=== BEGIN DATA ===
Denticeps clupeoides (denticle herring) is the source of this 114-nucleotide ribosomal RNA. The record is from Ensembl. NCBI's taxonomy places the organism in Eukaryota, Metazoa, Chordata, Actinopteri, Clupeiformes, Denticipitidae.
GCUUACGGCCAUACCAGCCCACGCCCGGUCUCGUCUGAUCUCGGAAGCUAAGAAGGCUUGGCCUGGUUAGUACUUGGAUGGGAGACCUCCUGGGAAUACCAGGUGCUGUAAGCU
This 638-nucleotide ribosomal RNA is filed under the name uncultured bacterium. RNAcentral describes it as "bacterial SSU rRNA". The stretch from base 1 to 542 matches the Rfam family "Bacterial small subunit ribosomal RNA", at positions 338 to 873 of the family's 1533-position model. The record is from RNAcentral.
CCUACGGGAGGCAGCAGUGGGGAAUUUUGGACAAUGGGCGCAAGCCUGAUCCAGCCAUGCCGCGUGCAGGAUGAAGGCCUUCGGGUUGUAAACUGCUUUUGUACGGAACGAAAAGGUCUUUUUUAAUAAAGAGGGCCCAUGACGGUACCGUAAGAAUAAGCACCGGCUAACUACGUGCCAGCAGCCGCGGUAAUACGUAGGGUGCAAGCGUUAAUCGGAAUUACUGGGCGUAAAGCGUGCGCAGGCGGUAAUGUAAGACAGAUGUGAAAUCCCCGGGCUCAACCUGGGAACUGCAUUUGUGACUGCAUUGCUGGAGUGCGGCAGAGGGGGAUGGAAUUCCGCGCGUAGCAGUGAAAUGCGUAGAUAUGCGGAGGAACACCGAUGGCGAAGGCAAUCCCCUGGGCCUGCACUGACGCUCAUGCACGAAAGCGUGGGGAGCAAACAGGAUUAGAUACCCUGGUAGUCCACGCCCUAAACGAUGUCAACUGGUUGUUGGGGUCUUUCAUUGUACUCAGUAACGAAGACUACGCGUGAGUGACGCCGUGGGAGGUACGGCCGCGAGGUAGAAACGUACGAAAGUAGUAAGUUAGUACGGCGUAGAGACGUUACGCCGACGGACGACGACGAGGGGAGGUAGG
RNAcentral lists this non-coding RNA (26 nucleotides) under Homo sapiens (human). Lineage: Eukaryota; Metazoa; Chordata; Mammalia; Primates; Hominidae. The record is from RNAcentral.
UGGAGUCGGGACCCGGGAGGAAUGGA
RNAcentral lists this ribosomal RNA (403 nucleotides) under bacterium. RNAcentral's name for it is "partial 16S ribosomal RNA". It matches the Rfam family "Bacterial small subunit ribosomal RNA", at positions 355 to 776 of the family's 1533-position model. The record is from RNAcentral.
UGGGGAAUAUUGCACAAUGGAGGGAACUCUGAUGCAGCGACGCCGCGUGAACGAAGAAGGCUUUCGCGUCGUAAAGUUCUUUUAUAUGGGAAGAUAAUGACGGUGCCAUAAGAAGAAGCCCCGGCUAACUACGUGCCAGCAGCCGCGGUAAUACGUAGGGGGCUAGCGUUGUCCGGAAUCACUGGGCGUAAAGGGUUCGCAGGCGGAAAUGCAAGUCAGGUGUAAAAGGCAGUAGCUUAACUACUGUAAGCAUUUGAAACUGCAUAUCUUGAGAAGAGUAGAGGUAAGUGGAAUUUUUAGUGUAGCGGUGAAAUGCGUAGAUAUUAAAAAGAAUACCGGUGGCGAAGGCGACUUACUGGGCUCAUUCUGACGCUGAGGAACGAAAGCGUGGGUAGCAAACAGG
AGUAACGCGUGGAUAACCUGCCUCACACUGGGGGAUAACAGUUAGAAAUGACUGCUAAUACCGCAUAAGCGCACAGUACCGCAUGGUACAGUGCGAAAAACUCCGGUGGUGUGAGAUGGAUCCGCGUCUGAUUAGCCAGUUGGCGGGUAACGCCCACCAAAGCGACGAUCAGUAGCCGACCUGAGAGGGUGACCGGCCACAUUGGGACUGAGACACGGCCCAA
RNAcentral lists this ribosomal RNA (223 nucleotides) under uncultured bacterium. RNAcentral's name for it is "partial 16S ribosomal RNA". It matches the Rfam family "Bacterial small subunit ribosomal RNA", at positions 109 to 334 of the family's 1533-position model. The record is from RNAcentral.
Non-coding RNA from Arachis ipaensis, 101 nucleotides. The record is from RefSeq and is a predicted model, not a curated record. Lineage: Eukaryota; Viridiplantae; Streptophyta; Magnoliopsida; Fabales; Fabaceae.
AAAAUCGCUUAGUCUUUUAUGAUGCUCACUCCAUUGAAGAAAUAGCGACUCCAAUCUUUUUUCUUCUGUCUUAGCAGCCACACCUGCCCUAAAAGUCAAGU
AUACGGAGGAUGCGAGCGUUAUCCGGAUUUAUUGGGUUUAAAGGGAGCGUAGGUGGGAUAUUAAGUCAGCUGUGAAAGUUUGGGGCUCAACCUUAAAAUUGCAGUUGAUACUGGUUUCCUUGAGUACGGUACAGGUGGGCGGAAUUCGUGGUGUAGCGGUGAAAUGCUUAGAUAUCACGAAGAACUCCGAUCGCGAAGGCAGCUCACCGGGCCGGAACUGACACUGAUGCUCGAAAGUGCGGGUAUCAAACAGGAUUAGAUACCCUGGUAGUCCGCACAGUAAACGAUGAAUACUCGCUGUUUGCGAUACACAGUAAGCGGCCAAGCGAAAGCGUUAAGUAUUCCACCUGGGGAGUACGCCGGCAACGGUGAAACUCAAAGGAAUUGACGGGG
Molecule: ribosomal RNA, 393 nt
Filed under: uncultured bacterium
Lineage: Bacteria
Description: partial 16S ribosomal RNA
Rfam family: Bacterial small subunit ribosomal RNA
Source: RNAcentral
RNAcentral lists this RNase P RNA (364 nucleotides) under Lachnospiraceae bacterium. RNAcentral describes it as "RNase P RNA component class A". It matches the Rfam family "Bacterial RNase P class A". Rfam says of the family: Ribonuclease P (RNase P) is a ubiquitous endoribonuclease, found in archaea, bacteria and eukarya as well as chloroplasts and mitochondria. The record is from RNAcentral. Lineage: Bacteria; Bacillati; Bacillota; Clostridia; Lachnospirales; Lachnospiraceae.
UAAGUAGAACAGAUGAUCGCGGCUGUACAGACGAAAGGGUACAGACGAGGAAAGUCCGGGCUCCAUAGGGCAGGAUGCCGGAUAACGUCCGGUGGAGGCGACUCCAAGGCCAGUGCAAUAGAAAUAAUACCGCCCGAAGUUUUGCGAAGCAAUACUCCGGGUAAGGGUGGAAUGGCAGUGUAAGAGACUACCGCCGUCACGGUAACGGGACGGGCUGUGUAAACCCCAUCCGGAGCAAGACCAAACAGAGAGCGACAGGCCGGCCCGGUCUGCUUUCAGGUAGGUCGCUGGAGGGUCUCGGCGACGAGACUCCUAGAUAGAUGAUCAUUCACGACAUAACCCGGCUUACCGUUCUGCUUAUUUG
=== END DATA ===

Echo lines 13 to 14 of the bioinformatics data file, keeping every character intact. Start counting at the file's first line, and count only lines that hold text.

AUACGGAGGAUGCGAGCGUUAUCCGGAUUUAUUGGGUUUAAAGGGAGCGUAGGUGGGAUAUUAAGUCAGCUGUGAAAGUUUGGGGCUCAACCUUAAAAUUGCAGUUGAUACUGGUUUCCUUGAGUACGGUACAGGUGGGCGGAAUUCGUGGUGUAGCGGUGAAAUGCUUAGAUAUCACGAAGAACUCCGAUCGCGAAGGCAGCUCACCGGGCCGGAACUGACACUGAUGCUCGAAAGUGCGGGUAUCAAACAGGAUUAGAUACCCUGGUAGUCCGCACAGUAAACGAUGAAUACUCGCUGUUUGCGAUACACAGUAAGCGGCCAAGCGAAAGCGUUAAGUAUUCCACCUGGGGAGUACGCCGGCAACGGUGAAACUCAAAGGAAUUGACGGGG
Molecule: ribosomal RNA, 393 nt